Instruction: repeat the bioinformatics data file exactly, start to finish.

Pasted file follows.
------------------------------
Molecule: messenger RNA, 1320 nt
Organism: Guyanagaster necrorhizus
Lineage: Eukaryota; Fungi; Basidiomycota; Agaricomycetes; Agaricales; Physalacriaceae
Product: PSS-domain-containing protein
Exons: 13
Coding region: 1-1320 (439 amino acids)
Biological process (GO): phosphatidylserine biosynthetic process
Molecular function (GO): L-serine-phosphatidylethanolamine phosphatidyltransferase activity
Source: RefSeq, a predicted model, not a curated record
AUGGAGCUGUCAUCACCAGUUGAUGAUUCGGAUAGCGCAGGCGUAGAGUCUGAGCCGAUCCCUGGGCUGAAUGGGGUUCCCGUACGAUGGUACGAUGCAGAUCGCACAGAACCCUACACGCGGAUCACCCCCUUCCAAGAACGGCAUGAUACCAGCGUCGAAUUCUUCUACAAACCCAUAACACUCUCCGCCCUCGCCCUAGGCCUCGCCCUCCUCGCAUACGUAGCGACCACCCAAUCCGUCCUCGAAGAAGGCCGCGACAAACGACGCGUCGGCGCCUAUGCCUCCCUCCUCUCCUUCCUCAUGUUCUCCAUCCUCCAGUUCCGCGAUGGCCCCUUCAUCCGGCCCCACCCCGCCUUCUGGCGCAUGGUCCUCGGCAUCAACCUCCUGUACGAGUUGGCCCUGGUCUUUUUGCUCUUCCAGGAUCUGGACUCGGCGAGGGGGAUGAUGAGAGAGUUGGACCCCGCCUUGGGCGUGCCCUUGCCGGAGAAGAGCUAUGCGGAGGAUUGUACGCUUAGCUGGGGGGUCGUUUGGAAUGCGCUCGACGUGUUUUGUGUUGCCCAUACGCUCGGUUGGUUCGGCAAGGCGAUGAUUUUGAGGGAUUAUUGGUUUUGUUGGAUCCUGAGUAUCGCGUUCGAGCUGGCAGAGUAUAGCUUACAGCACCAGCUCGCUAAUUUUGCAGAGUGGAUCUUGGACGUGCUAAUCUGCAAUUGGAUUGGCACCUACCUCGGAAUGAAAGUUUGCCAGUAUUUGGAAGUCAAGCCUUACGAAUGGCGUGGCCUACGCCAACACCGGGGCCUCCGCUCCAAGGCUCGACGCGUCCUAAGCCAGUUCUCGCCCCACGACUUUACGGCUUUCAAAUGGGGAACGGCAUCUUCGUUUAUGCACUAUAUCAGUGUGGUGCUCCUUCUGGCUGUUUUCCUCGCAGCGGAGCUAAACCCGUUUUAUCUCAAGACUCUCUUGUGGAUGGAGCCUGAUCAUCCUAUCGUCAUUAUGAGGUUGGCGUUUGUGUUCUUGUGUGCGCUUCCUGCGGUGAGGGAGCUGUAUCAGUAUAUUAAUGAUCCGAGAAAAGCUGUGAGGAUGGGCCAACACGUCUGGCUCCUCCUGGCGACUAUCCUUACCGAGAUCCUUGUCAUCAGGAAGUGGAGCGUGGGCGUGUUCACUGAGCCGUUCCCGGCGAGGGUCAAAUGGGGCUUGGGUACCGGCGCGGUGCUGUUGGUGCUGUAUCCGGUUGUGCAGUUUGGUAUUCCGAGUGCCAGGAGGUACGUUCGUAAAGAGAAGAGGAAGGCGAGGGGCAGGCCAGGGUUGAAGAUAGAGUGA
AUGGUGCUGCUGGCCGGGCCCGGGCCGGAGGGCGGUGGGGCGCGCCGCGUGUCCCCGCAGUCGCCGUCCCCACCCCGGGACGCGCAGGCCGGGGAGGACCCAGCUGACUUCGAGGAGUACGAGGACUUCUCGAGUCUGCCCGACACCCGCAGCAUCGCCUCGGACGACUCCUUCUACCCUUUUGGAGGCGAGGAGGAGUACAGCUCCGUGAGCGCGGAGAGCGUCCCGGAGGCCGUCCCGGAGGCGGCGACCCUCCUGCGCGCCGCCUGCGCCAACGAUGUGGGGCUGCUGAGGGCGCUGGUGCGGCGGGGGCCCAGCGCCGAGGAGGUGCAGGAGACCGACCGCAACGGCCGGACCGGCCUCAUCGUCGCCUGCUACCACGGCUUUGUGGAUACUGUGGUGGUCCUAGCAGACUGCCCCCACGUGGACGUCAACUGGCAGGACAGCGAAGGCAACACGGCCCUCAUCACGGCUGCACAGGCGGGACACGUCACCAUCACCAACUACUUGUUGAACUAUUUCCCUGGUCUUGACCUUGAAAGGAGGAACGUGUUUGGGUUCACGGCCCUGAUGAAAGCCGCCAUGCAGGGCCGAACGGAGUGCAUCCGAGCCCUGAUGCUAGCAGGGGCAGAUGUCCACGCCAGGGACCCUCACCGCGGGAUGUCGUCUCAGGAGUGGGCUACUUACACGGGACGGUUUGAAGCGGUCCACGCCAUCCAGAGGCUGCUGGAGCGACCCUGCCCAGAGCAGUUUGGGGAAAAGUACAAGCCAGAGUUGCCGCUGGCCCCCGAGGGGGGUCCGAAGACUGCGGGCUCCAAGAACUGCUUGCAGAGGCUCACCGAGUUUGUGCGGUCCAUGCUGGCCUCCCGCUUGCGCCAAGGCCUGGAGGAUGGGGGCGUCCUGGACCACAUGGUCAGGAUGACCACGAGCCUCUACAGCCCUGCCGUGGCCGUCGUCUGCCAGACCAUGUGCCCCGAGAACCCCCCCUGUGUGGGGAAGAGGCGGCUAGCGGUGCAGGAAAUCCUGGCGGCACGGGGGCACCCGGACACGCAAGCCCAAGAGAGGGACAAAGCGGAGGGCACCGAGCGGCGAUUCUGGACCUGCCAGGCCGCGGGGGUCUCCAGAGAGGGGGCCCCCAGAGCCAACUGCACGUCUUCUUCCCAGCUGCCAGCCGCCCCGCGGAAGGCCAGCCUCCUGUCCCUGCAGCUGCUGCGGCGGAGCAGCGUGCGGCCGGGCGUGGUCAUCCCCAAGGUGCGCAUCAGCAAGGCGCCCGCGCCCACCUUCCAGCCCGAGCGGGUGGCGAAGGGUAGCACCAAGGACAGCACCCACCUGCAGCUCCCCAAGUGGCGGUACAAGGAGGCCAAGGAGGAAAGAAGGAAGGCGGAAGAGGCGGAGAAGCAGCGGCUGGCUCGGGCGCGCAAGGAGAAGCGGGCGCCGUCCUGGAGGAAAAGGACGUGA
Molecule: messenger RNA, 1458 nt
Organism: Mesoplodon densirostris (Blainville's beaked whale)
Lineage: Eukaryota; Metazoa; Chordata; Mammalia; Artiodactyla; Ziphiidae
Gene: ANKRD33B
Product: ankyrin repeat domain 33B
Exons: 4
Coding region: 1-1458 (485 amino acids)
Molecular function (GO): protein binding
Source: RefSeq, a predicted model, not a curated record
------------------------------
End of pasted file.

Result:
Molecule: messenger RNA, 1320 nt
Organism: Guyanagaster necrorhizus
Lineage: Eukaryota; Fungi; Basidiomycota; Agaricomycetes; Agaricales; Physalacriaceae
Product: PSS-domain-containing protein
Exons: 13
Coding region: 1-1320 (439 amino acids)
Biological process (GO): phosphatidylserine biosynthetic process
Molecular function (GO): L-serine-phosphatidylethanolamine phosphatidyltransferase activity
Source: RefSeq, a predicted model, not a curated record
AUGGAGCUGUCAUCACCAGUUGAUGAUUCGGAUAGCGCAGGCGUAGAGUCUGAGCCGAUCCCUGGGCUGAAUGGGGUUCCCGUACGAUGGUACGAUGCAGAUCGCACAGAACCCUACACGCGGAUCACCCCCUUCCAAGAACGGCAUGAUACCAGCGUCGAAUUCUUCUACAAACCCAUAACACUCUCCGCCCUCGCCCUAGGCCUCGCCCUCCUCGCAUACGUAGCGACCACCCAAUCCGUCCUCGAAGAAGGCCGCGACAAACGACGCGUCGGCGCCUAUGCCUCCCUCCUCUCCUUCCUCAUGUUCUCCAUCCUCCAGUUCCGCGAUGGCCCCUUCAUCCGGCCCCACCCCGCCUUCUGGCGCAUGGUCCUCGGCAUCAACCUCCUGUACGAGUUGGCCCUGGUCUUUUUGCUCUUCCAGGAUCUGGACUCGGCGAGGGGGAUGAUGAGAGAGUUGGACCCCGCCUUGGGCGUGCCCUUGCCGGAGAAGAGCUAUGCGGAGGAUUGUACGCUUAGCUGGGGGGUCGUUUGGAAUGCGCUCGACGUGUUUUGUGUUGCCCAUACGCUCGGUUGGUUCGGCAAGGCGAUGAUUUUGAGGGAUUAUUGGUUUUGUUGGAUCCUGAGUAUCGCGUUCGAGCUGGCAGAGUAUAGCUUACAGCACCAGCUCGCUAAUUUUGCAGAGUGGAUCUUGGACGUGCUAAUCUGCAAUUGGAUUGGCACCUACCUCGGAAUGAAAGUUUGCCAGUAUUUGGAAGUCAAGCCUUACGAAUGGCGUGGCCUACGCCAACACCGGGGCCUCCGCUCCAAGGCUCGACGCGUCCUAAGCCAGUUCUCGCCCCACGACUUUACGGCUUUCAAAUGGGGAACGGCAUCUUCGUUUAUGCACUAUAUCAGUGUGGUGCUCCUUCUGGCUGUUUUCCUCGCAGCGGAGCUAAACCCGUUUUAUCUCAAGACUCUCUUGUGGAUGGAGCCUGAUCAUCCUAUCGUCAUUAUGAGGUUGGCGUUUGUGUUCUUGUGUGCGCUUCCUGCGGUGAGGGAGCUGUAUCAGUAUAUUAAUGAUCCGAGAAAAGCUGUGAGGAUGGGCCAACACGUCUGGCUCCUCCUGGCGACUAUCCUUACCGAGAUCCUUGUCAUCAGGAAGUGGAGCGUGGGCGUGUUCACUGAGCCGUUCCCGGCGAGGGUCAAAUGGGGCUUGGGUACCGGCGCGGUGCUGUUGGUGCUGUAUCCGGUUGUGCAGUUUGGUAUUCCGAGUGCCAGGAGGUACGUUCGUAAAGAGAAGAGGAAGGCGAGGGGCAGGCCAGGGUUGAAGAUAGAGUGA
AUGGUGCUGCUGGCCGGGCCCGGGCCGGAGGGCGGUGGGGCGCGCCGCGUGUCCCCGCAGUCGCCGUCCCCACCCCGGGACGCGCAGGCCGGGGAGGACCCAGCUGACUUCGAGGAGUACGAGGACUUCUCGAGUCUGCCCGACACCCGCAGCAUCGCCUCGGACGACUCCUUCUACCCUUUUGGAGGCGAGGAGGAGUACAGCUCCGUGAGCGCGGAGAGCGUCCCGGAGGCCGUCCCGGAGGCGGCGACCCUCCUGCGCGCCGCCUGCGCCAACGAUGUGGGGCUGCUGAGGGCGCUGGUGCGGCGGGGGCCCAGCGCCGAGGAGGUGCAGGAGACCGACCGCAACGGCCGGACCGGCCUCAUCGUCGCCUGCUACCACGGCUUUGUGGAUACUGUGGUGGUCCUAGCAGACUGCCCCCACGUGGACGUCAACUGGCAGGACAGCGAAGGCAACACGGCCCUCAUCACGGCUGCACAGGCGGGACACGUCACCAUCACCAACUACUUGUUGAACUAUUUCCCUGGUCUUGACCUUGAAAGGAGGAACGUGUUUGGGUUCACGGCCCUGAUGAAAGCCGCCAUGCAGGGCCGAACGGAGUGCAUCCGAGCCCUGAUGCUAGCAGGGGCAGAUGUCCACGCCAGGGACCCUCACCGCGGGAUGUCGUCUCAGGAGUGGGCUACUUACACGGGACGGUUUGAAGCGGUCCACGCCAUCCAGAGGCUGCUGGAGCGACCCUGCCCAGAGCAGUUUGGGGAAAAGUACAAGCCAGAGUUGCCGCUGGCCCCCGAGGGGGGUCCGAAGACUGCGGGCUCCAAGAACUGCUUGCAGAGGCUCACCGAGUUUGUGCGGUCCAUGCUGGCCUCCCGCUUGCGCCAAGGCCUGGAGGAUGGGGGCGUCCUGGACCACAUGGUCAGGAUGACCACGAGCCUCUACAGCCCUGCCGUGGCCGUCGUCUGCCAGACCAUGUGCCCCGAGAACCCCCCCUGUGUGGGGAAGAGGCGGCUAGCGGUGCAGGAAAUCCUGGCGGCACGGGGGCACCCGGACACGCAAGCCCAAGAGAGGGACAAAGCGGAGGGCACCGAGCGGCGAUUCUGGACCUGCCAGGCCGCGGGGGUCUCCAGAGAGGGGGCCCCCAGAGCCAACUGCACGUCUUCUUCCCAGCUGCCAGCCGCCCCGCGGAAGGCCAGCCUCCUGUCCCUGCAGCUGCUGCGGCGGAGCAGCGUGCGGCCGGGCGUGGUCAUCCCCAAGGUGCGCAUCAGCAAGGCGCCCGCGCCCACCUUCCAGCCCGAGCGGGUGGCGAAGGGUAGCACCAAGGACAGCACCCACCUGCAGCUCCCCAAGUGGCGGUACAAGGAGGCCAAGGAGGAAAGAAGGAAGGCGGAAGAGGCGGAGAAGCAGCGGCUGGCUCGGGCGCGCAAGGAGAAGCGGGCGCCGUCCUGGAGGAAAAGGACGUGA
Molecule: messenger RNA, 1458 nt
Organism: Mesoplodon densirostris (Blainville's beaked whale)
Lineage: Eukaryota; Metazoa; Chordata; Mammalia; Artiodactyla; Ziphiidae
Gene: ANKRD33B
Product: ankyrin repeat domain 33B
Exons: 4
Coding region: 1-1458 (485 amino acids)
Molecular function (GO): protein binding
Source: RefSeq, a predicted model, not a curated record